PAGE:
8b. Restraint

(i.) This appointment is inconsequential in comparison to the next one. Democrats would be better served by saving as much political capital as possible for the fight to come. Even though the Republicans can simply eliminate the filibuster next time, better to force their hand when there is far more at stake and the move could be more easily painted as a partisan attack on "critical aspects of the American system."

(ii.) Assuming the Republicans are prepared to elminate the filibuster this time around, it is hard to see what can be achieved by filibustering Judge Gorsuch's nomination.

(iii.) The elimination (or critical weakening) of the filibuster could cause numerous problems for Democrats over the next four years, eight years, or even longer. There are plausible arguments for wanting to preserve the filibuster, in the short or long term.

(iv.) Obstruction via the filibuster could backfire politically. Perhaps our political system hasn't changed so much. If Democrats filibuster such a qualifed candidate when the stakes are lower, they may be punished at the ballot box (and otherwise) rather than the Republicans (whether the Republicans eliminate the filibuster or not).

(v.) The nominations of Judge Garland and Judge Gorsuch are different. The opening on the Court that led to the nomination of Judge Garland took place during an election year. Thus, the Republicans actions in refusing to even hold hearings for (let alone confirm) Judge Garland is qualitatively different from Democrats trying to undermine President Trump's attempt to fill an open seat at the start of his Presidency.

(vi.) The Democrats might take back the Senate in 2018, despite the unfavorable electroal map, or in 2020. Thus, the Democrats may never need to filibuster when the truly important Supreme Court vacancies occur. All out resistance now may undercut the chances of retaking the Senate (or the Presidency) in 2 or 4 years time.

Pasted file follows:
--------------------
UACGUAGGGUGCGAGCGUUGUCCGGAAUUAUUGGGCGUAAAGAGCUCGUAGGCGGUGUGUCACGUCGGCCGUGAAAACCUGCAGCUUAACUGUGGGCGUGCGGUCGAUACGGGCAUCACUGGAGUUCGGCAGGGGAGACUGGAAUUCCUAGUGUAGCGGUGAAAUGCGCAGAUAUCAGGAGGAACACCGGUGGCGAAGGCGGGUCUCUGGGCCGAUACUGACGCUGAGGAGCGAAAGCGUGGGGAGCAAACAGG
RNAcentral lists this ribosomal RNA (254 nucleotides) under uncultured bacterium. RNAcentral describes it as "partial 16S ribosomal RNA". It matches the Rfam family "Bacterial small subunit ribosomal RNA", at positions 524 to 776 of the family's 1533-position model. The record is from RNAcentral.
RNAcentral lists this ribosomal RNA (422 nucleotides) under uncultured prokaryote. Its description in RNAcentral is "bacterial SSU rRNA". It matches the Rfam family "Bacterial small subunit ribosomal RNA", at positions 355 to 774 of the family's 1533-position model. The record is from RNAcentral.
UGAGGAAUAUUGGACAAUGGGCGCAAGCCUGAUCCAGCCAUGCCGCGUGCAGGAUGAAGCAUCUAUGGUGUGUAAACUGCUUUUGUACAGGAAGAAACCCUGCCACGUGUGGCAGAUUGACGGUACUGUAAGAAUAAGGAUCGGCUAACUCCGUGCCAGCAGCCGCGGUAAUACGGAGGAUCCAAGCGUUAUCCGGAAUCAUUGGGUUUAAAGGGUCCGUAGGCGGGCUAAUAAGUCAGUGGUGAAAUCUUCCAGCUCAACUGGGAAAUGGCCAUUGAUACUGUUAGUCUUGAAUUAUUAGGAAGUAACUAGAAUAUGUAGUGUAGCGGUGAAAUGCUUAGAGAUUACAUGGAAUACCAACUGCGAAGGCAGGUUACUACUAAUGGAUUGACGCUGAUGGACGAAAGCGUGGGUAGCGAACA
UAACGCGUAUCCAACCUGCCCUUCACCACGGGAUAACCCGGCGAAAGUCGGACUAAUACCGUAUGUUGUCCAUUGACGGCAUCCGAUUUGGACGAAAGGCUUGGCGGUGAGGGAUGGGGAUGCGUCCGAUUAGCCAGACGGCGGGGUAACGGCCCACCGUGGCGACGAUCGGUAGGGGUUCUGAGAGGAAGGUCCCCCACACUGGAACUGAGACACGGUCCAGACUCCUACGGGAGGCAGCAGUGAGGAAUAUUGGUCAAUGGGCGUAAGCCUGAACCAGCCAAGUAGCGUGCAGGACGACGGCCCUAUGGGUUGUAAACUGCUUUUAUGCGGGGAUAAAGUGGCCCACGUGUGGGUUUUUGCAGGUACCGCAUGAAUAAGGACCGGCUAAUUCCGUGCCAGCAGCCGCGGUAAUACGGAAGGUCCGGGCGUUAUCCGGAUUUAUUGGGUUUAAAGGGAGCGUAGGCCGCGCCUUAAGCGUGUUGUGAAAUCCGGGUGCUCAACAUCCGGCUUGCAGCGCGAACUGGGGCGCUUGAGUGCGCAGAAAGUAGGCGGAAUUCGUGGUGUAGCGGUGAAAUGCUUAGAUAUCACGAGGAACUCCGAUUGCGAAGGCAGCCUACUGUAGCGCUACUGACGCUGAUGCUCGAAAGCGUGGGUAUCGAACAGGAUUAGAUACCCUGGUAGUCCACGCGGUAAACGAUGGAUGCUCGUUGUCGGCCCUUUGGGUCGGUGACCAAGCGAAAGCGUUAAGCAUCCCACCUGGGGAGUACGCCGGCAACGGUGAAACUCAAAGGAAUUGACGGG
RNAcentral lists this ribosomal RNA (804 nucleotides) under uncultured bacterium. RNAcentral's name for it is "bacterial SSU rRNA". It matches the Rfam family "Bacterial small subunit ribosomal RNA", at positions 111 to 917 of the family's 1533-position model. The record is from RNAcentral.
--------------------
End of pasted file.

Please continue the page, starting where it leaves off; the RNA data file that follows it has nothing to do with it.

(vii.) If the Republicans blink and do not eliminate the filibuster, the Supreme Court might be stuck with only 8 justices for quite a long time. That would cause serious problems for the legal system, and thus for the country, problems that will be greater than the damage Judge Gorsuch could do as the fourth conservative member of the Court.

(viii.) Judge Gorsuch is NOT so conservative that he deserves to be considered outside the mainstream.

9. A number of commentators have argued that, strategically speaking, there is a clear answer as to what Democrats should do. Some believe the case for a filibuster and all out resistance is a slam dunk. Others believe the case for restraint is a slam dunk. Don't believe either side. The articles I have read that claim with certainty or near certainty that one strategy is the right one are quite unpersuasive. First, they are woefully short on evidence. At best, the articles have presented a few anecdotes to support their case for resistance or restraint. Second, much of the evidence that is presented is unrelated to the current Supreme Court appointment. Third, even the evidence that is plausibly related to the current appointment often comes from political eras that are quite different from the current one. If President Trump's election shows anything, it shows that many of the "rules" of politics need to be reconsidered. Let me be clear. I am not suggesting that there is no basis for believing resistance or restraint is the better course of action. Rather, I am arguing that the case for either resistance or restraint is almost certainly not a slam dunk, and thus you should take any article that makes such a claim with a giant mountain of salt.

10. Given what I have written in points 8 & 9, it should not be surprising that I have some real uncertainty about the best approach for Democrats and liberals. Looking at the totality of the circumstances, my provisional conclusion is that Democrats and liberals should show restraint this time around. In other words, we should not filibuster Judge Gorsuch; we should save our political capital for the next fight. But I think the case for resistance is very plausible. And thus, if the Democrats in the Senate and their allies outside of it choose to go down the resistance path, I will stand with them.

Josh Silverstein is a Professor of Law at the University of Arkansas at Little Rock.